It is remarkable how often partners respond to each other in opposite extremes – like children on a seesaw. If one goes up, the other goes down. As one desires to share feelings, the other wants to be rational. One wants closeness, the other needs space. One demands commitment, the other yearns for freedom. Couples may contrast with each other in so many different ways – optimist versus pessimist, introvert/extrovert, serious/silly, dreamer/realist, energetic/calm.
Initially, partners may be attracted by their differences. But often, after some time has passed, they begin to respond to each other as if there’s something “wrong” in how they are different. Differences are then viewed as character deficits and become a source of ongoing problems and conflicts.
Consider the stereotypic battle of the sexes. Each gender was raised to follow rigid, opposite roles. A man should be strong and silent, and rise above feelings – logical ingredients for worldly success. A woman should be soft, communicative, and very feeling – emotional ingredients for nurturing the family. Each partner plays a specific role in the relationship, based on these culturally prescribed differences.
But instead of appreciating each other’s complementary gifts, partners sometimes end up devaluing each other’s styles. As they project their own role training onto each other, they polarize over how emotions should be handled. The woman wants to share feelings, while the man tries to rise above them. Each pushes the other to respond in an opposite manner. As their conflict over emotional style develops, they may start to complain that “women are irrational” or “men are cold.”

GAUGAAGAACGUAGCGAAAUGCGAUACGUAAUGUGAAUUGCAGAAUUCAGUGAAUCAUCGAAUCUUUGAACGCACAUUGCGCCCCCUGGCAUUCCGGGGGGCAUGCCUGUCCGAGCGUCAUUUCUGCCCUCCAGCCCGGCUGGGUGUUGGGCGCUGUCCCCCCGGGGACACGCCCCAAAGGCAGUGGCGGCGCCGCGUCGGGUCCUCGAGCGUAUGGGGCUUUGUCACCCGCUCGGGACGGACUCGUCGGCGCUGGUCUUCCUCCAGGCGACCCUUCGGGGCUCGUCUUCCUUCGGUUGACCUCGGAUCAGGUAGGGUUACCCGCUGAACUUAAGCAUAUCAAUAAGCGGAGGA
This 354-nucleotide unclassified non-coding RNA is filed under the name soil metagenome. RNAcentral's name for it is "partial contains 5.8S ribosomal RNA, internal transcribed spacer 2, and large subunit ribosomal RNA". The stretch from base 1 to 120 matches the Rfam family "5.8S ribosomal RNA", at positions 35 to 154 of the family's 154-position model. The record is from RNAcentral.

It is interesting that such partners may at times say that a relationship is a 50-50 proposition. Each may refer to their partner as “my better half.” This implies that each person is only half there. For instance, the man is there rationally, the woman, emotionally. Perhaps the other half of each can be found in their partner.
In contrast to the 50-50 view, the card POLARITIES asks you to see relating as a 100-100 proposition. Be 100 percent of who you truly are. The full human potential includes both emotions and logic, seriousness and lightness, dreaming and practicality, desires for closeness and for space, being outgoing and being reflective, moments of optimism and pessimism. We each can experience all of these and more.
What differences in styles, traits, or needs create friction in your relationship? Where do you tend to respond by opposing your partner? This card invites you to begin to recognize that differences with a partner, frustrating or uncomfortable as they may be, are actually doorways – doorways to lost parts of yourself, doorways to wholeness.
Any struggle you have over differences with a partner is usually about a struggle within yourself – between a side of you that you identify with and a side that is suppressed. If you truly want freedom from this internal struggle, then simply – and finally – accept your differences! This may take a great deal of courage, but it can be a major step to reclaiming vital parts of yourself. At the very least, it will be a step toward ending a source of unnecessary friction within your relationship.